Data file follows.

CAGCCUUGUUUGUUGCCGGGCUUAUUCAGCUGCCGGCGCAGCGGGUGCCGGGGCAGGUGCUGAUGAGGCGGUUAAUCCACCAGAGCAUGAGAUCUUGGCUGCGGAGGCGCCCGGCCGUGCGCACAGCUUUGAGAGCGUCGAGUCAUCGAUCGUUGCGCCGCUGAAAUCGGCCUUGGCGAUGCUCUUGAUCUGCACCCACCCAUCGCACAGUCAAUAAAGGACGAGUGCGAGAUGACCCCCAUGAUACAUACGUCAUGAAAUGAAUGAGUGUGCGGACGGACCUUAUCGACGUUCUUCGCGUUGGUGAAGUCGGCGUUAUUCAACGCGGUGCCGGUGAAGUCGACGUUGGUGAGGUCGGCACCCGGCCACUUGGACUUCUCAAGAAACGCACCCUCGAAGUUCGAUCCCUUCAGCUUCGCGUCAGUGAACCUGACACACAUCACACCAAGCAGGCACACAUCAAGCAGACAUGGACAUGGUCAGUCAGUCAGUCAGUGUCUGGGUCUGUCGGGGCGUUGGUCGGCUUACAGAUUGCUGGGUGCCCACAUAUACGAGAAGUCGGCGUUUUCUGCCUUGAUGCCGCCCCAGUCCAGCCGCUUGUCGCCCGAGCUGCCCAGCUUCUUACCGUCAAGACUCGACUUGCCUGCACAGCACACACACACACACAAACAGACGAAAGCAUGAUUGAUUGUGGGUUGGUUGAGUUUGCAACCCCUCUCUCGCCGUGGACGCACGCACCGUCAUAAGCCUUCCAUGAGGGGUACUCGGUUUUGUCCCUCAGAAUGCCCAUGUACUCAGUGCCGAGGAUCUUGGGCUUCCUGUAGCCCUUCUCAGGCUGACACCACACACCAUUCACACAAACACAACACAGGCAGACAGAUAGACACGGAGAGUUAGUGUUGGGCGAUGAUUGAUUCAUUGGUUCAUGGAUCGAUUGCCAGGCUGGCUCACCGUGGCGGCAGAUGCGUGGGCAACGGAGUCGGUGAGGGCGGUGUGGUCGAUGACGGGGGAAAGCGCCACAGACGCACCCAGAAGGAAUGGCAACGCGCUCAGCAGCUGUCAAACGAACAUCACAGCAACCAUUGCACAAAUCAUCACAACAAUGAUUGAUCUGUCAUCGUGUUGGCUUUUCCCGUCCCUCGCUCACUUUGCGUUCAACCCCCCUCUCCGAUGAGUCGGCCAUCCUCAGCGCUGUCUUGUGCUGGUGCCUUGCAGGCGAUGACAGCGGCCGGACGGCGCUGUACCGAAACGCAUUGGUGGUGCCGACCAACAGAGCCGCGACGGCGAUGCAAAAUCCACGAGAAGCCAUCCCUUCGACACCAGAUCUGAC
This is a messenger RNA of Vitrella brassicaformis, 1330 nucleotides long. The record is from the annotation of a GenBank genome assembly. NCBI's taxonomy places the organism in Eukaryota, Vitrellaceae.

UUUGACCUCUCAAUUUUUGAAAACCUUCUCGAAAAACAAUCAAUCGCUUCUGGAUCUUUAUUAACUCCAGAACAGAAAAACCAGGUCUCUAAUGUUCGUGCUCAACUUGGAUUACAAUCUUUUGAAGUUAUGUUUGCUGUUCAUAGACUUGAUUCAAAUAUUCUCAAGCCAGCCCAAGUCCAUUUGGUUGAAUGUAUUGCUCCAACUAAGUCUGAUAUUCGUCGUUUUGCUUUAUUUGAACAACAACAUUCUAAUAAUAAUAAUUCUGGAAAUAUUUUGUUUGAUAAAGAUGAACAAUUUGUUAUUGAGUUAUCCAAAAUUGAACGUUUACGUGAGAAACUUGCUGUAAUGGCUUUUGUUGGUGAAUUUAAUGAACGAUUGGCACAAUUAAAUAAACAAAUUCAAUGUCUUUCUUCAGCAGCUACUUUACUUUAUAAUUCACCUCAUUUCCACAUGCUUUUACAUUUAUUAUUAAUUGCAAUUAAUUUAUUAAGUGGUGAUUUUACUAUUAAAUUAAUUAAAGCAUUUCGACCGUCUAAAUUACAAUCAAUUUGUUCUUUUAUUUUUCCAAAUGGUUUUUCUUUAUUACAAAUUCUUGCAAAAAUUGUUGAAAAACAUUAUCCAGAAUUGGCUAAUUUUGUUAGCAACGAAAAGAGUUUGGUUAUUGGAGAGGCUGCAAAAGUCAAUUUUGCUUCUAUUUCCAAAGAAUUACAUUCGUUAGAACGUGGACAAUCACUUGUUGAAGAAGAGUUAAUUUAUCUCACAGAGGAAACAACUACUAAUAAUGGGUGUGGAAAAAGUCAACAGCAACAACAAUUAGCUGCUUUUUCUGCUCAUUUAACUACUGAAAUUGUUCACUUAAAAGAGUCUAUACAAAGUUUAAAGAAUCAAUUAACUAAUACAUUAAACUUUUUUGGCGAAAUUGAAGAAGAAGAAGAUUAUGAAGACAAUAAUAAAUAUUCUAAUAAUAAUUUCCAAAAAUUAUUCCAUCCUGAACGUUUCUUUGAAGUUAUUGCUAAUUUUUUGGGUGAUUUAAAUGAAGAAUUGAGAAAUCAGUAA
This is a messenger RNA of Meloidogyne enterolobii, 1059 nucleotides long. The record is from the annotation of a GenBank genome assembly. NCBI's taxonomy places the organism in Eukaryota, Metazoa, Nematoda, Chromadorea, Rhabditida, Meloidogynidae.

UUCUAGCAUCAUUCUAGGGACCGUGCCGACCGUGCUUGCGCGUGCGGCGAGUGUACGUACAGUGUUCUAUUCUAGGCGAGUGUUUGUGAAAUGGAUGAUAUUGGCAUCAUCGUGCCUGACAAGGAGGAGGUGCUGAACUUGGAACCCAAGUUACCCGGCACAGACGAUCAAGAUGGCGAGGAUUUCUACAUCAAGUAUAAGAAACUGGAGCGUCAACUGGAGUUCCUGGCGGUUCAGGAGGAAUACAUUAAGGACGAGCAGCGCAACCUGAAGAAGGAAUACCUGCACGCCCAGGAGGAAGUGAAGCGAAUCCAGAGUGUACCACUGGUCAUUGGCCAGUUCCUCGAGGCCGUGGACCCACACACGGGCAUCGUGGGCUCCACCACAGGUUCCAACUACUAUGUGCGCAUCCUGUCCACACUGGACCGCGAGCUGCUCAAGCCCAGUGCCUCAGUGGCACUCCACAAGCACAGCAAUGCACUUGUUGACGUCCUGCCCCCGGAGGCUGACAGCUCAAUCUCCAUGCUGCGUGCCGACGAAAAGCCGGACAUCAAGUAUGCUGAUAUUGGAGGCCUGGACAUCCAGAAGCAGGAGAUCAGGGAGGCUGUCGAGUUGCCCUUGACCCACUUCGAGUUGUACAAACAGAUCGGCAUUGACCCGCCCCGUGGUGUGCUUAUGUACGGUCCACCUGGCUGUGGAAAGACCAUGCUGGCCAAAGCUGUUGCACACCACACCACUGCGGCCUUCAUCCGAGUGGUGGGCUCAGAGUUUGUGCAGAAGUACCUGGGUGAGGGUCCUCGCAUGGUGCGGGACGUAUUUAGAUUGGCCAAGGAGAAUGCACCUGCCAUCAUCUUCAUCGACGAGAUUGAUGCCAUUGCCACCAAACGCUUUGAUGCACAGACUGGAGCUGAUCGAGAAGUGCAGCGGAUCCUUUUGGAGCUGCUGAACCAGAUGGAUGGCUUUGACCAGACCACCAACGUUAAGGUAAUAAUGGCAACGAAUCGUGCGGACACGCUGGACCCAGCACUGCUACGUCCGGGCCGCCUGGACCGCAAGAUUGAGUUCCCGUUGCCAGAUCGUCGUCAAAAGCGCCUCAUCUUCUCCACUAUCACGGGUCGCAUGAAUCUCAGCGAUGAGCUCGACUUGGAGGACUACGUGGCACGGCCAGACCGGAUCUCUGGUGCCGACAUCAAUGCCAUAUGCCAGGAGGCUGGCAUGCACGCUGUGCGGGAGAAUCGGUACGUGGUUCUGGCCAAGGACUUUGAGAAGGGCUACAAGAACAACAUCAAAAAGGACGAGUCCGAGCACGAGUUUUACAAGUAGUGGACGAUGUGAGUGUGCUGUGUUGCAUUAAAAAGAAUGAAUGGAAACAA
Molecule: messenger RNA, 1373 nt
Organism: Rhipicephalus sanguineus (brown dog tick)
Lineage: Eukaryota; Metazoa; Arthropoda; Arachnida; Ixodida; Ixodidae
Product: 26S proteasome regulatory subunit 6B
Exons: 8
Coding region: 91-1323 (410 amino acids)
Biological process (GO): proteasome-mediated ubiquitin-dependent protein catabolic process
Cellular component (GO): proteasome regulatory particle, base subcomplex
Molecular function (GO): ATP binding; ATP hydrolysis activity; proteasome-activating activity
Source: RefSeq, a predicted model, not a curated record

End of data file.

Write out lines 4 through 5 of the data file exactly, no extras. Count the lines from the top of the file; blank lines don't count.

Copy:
This is a messenger RNA of Meloidogyne enterolobii, 1059 nucleotides long. The record is from the annotation of a GenBank genome assembly. NCBI's taxonomy places the organism in Eukaryota, Metazoa, Nematoda, Chromadorea, Rhabditida, Meloidogynidae.

UUCUAGCAUCAUUCUAGGGACCGUGCCGACCGUGCUUGCGCGUGCGGCGAGUGUACGUACAGUGUUCUAUUCUAGGCGAGUGUUUGUGAAAUGGAUGAUAUUGGCAUCAUCGUGCCUGACAAGGAGGAGGUGCUGAACUUGGAACCCAAGUUACCCGGCACAGACGAUCAAGAUGGCGAGGAUUUCUACAUCAAGUAUAAGAAACUGGAGCGUCAACUGGAGUUCCUGGCGGUUCAGGAGGAAUACAUUAAGGACGAGCAGCGCAACCUGAAGAAGGAAUACCUGCACGCCCAGGAGGAAGUGAAGCGAAUCCAGAGUGUACCACUGGUCAUUGGCCAGUUCCUCGAGGCCGUGGACCCACACACGGGCAUCGUGGGCUCCACCACAGGUUCCAACUACUAUGUGCGCAUCCUGUCCACACUGGACCGCGAGCUGCUCAAGCCCAGUGCCUCAGUGGCACUCCACAAGCACAGCAAUGCACUUGUUGACGUCCUGCCCCCGGAGGCUGACAGCUCAAUCUCCAUGCUGCGUGCCGACGAAAAGCCGGACAUCAAGUAUGCUGAUAUUGGAGGCCUGGACAUCCAGAAGCAGGAGAUCAGGGAGGCUGUCGAGUUGCCCUUGACCCACUUCGAGUUGUACAAACAGAUCGGCAUUGACCCGCCCCGUGGUGUGCUUAUGUACGGUCCACCUGGCUGUGGAAAGACCAUGCUGGCCAAAGCUGUUGCACACCACACCACUGCGGCCUUCAUCCGAGUGGUGGGCUCAGAGUUUGUGCAGAAGUACCUGGGUGAGGGUCCUCGCAUGGUGCGGGACGUAUUUAGAUUGGCCAAGGAGAAUGCACCUGCCAUCAUCUUCAUCGACGAGAUUGAUGCCAUUGCCACCAAACGCUUUGAUGCACAGACUGGAGCUGAUCGAGAAGUGCAGCGGAUCCUUUUGGAGCUGCUGAACCAGAUGGAUGGCUUUGACCAGACCACCAACGUUAAGGUAAUAAUGGCAACGAAUCGUGCGGACACGCUGGACCCAGCACUGCUACGUCCGGGCCGCCUGGACCGCAAGAUUGAGUUCCCGUUGCCAGAUCGUCGUCAAAAGCGCCUCAUCUUCUCCACUAUCACGGGUCGCAUGAAUCUCAGCGAUGAGCUCGACUUGGAGGACUACGUGGCACGGCCAGACCGGAUCUCUGGUGCCGACAUCAAUGCCAUAUGCCAGGAGGCUGGCAUGCACGCUGUGCGGGAGAAUCGGUACGUGGUUCUGGCCAAGGACUUUGAGAAGGGCUACAAGAACAACAUCAAAAAGGACGAGUCCGAGCACGAGUUUUACAAGUAGUGGACGAUGUGAGUGUGCUGUGUUGCAUUAAAAAGAAUGAAUGGAAACAA